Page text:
For a young child, visiting a beloved friend or relative can be a momentous occasion. Even if it's someone the child knows well, staying with them provides a glimpse behind the curtain of their mysterious "other" life. Growing up, I was always proud of the fact that my sisters were full-on adults, with their own homes and cars and jobs. Staying with one of them for a weekend was a huge deal for me. It felt like they lived in an alternate dimension, where there were trips to the park, nights at the movies, ice cream in the afternoon and games to play after dinner. Those visits are some of the fondest memories of my childhood, and really they seem even now to be tinged with magic.
In The Hello, Goodbye Window, Norton Juster and Chris Raschka translate that magic to the printed page, and they do it in masterful fashion, as you might expect from two kidlit superstars. The narrative follows a little girl who's visiting her grandparents overnight. The magic at Nanna and Poppy's starts before you even get inside their house, at the Hello, Goodbye Window. The window, we're told, "looks like a regular window, but it's not". Through the Hello, Goodbye Window, you get a glimpse into Nanna and Poppy's world, where there are loads of magical things -- the sink where a certain baby girl used to get a bath ("really!"), the counter where Poppy whips up breakfast delights, the table that's perfect for coloring. From the inside you can look out at the world through the window too. You can see the stars (Nanna knows all of them!), check the weather, keep an eye on Nanna's garden and look for mysterious visitors (a T-Rex, maybe). Yes, this is indeed a magic window, where you can see all the wonders of the world, both inside and out.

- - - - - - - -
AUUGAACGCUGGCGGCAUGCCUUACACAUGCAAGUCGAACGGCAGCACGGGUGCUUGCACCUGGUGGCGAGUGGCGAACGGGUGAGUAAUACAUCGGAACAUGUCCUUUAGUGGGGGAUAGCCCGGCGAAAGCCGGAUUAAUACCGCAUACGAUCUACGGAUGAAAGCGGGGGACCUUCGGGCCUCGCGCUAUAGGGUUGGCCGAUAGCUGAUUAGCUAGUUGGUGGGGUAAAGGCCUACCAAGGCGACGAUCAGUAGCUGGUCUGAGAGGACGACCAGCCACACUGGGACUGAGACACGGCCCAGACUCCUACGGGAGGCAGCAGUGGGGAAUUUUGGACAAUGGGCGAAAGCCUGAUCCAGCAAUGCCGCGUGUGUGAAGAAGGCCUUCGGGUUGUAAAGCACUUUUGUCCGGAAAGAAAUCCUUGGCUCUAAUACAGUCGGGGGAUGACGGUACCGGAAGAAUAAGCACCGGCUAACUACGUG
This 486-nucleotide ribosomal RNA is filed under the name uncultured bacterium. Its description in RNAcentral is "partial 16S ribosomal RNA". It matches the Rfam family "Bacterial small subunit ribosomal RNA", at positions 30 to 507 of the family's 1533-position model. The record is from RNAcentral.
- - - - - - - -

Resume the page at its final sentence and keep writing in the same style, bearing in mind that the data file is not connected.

In reading this to Sprout, the first thing that we were both taken by was Chris Raschka's unbelievable artwork. (Yes, the very same Chris Raschka who just won the Caldecott for A Ball for Daisy. Well-deserved on both counts!) Raschka's style is like nothing else, and it completely manifests the spirit of our narrator, a vibrant little beauty with twinkling eyes like her Poppy and curly hair like her Nanna. I love the liveliness of Raschka's drawings, the way they dance and snap and nearly skitter off the page, and then gear down to match the quieter moments of the text. Beautiful stuff, truly.
But what kept us coming back to this one, I think, has to be Juster's text. This is an author who knows his character -- he not only gets her voice down just right, he also captures the essence of this girl and her very special grandparents. There's more than a sense of understanding here. There's also the whiff of wanting to freeze a moment in time, preserve one of these visits for her so it stays there, immediate and lovely, always ready for reliving. I'm just guessing that there's some autobiography involved, and that's quite likely why the book rings so true at every point. Oh, and the fact that the family is multiracial? Icing on a very tasty cake indeed.
Don't miss The Hello, Goodbye Window. Even without that Caldecott win, it was always going to be the best of the very best.
The Hello, Goodbye Window by Norton Juster and Chris Raschka, published by Hyperion
Ages 2 and up (oh please, read it with your older kids too!)
Sample quote: "Sometimes when it's hot / Poppy chases me with the hose / and I yell, / "Stop it, Poppy, stop it!" / When he does I ask him / to do it again. / Nanna just shakes her head."
Bonus: Kathleen Horning's interview with Norton Juster and Jules Feiffer